Financial Consultant Dr. Rick Timbs, from the firm of Bernard P. Donegan, painted a grim projection of the Onteora Central School District as it approaches its first tussle with New York State’s now mandated two percent tax cap. With the cap squeezing the budget into a nearly impossible scenario due to spiking increases in employee benefits, once again a recommendation was made to close one of the district’s three elementary schools, or as Timbs explained, “right-sizing” the district. At the Board of Education meeting Tuesday, September 27 in the Middle/High School, Board members listened, absorbing the task put in front of them during the two-hour presentation.
“You’ve got three buildings, this is not going to be popular and I’m trying to be honest,” Timbs said, “but I’m not sure you’re going to be able to maintain all three buildings in their current configurations unless you can curtail expenses unbelievably dramatically or you’re going to get unbelievably dramatic increases in expenditures. So you may want to start a study to right-size the buildings in your district.” He suggested hiring architects and coming up with plans.
His recommendation places a dilemma in front of the board, some of whom were elected for the express purpose of keeping Phoenicia Elementary open — a school once slated to close by a previous school board. But the future has such a bleak outlook, Timbs said, that he was baffled how any school district in the state will be able to maintain under the cap without falling into heavy debt, calling the set up “unsustainable.”
“Your expenditure is escalating very rapidly and your enrollment is declining pretty rapidly and they just don’t match up,” Timbs said. He presented a 27-page financial report along with an additional six pages of recommendations that he deemed as urgent. The report states with a two percent tax levy cap the district will go into red by 2016 and by 2017 have a deficit of $11.3 million. Timbs commended the district for having a healthy cash flow and reserves to tap into. But he cautioned trustees. “Lets put it this way, the things you are doing now, are going to turn into a luxury in two years,” he said. In the next couple years the district will need to tap into more reserves in order to stay afloat with no new revenue. If the tax levy was rejected by voters two times, an austerity contingent levy would allow no increase in spending, creating a deficit much quicker. His 2015 projections show a $2 million deficit, which then jumps to $11.6 million by 2016.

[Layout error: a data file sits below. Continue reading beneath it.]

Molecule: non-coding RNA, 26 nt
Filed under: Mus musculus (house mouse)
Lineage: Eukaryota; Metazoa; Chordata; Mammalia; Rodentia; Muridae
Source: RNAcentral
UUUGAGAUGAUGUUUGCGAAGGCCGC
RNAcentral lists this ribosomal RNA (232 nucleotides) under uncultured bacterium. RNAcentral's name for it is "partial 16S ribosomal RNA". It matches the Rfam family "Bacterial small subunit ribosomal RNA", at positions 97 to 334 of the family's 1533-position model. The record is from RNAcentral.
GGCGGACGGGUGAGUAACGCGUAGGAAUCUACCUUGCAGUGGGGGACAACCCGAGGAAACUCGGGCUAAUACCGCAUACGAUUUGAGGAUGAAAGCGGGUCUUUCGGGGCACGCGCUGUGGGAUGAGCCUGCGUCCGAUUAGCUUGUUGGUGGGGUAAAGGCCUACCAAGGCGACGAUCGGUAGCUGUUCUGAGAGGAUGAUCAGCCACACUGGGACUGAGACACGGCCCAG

The largest projected impact stems from employee benefits. Health insurance is projected to see a possible ten percent increase yearly and retirement contributions, 11 percent. Timbs explained that this could fluctuate. Trustee Tony Fletcher pointed out that last year health insurance increased only three percent, however the previous year saw a 14 percent jump. He asked how Timbs came up with those projections. Timbs said the Health Insurance Consortium has managed to maintain reserves, “but what has happened is they are no longer able to maintain those reserves to keep the rates down — we believe they will escalate.”
The cuts that have already been made are beginning to reveal a decline in classroom instruction.
Between 2006 and 2011 cutbacks of staff have affected those with disabilities and students across the board, a trend Timbs warned would only get worse.
Timbs blamed an unsustainable mixture included declining State aid, unfunded mandates, decreased enrollment, increases in benefits and the two percent tax cap. “I think you need to lobby for greater state aid, I don’t think the aid that is being distributed is very equitable in particular based on the demographics of the school district and I would also lobby the board of regents on unfunded mandates…because some of them are going to be counter productive to your mission of trying to right-size your district.”
Trustee Rob Kurnit expressed frustration. “I don’t know how we can get a groundswell from people in the district or even in the state,” he said. “We keep hearing things about everybody backs education but we never see the support.” School Board president Ann McGillicuddy said the district is still looking for people to join the Legislation Action Committee recently created for the purpose of lobbying.
Timbs said to look for shovel-ready construction within the district with the possibility of creating revenue. In a separate interview he said the Woodstock 52-unit RUPCO housing project was not considered in the report because there is no property evaluation to date. There was also no projection given for additional growth of student population as a result of families moving in.
Other recommendations Timbs made included negotiating expenses for employee contracts in order to curb benefit costs; bringing in larger capital repair projects that would offer state aid as opposed to smaller single repairs; and casting a wider bid on projects.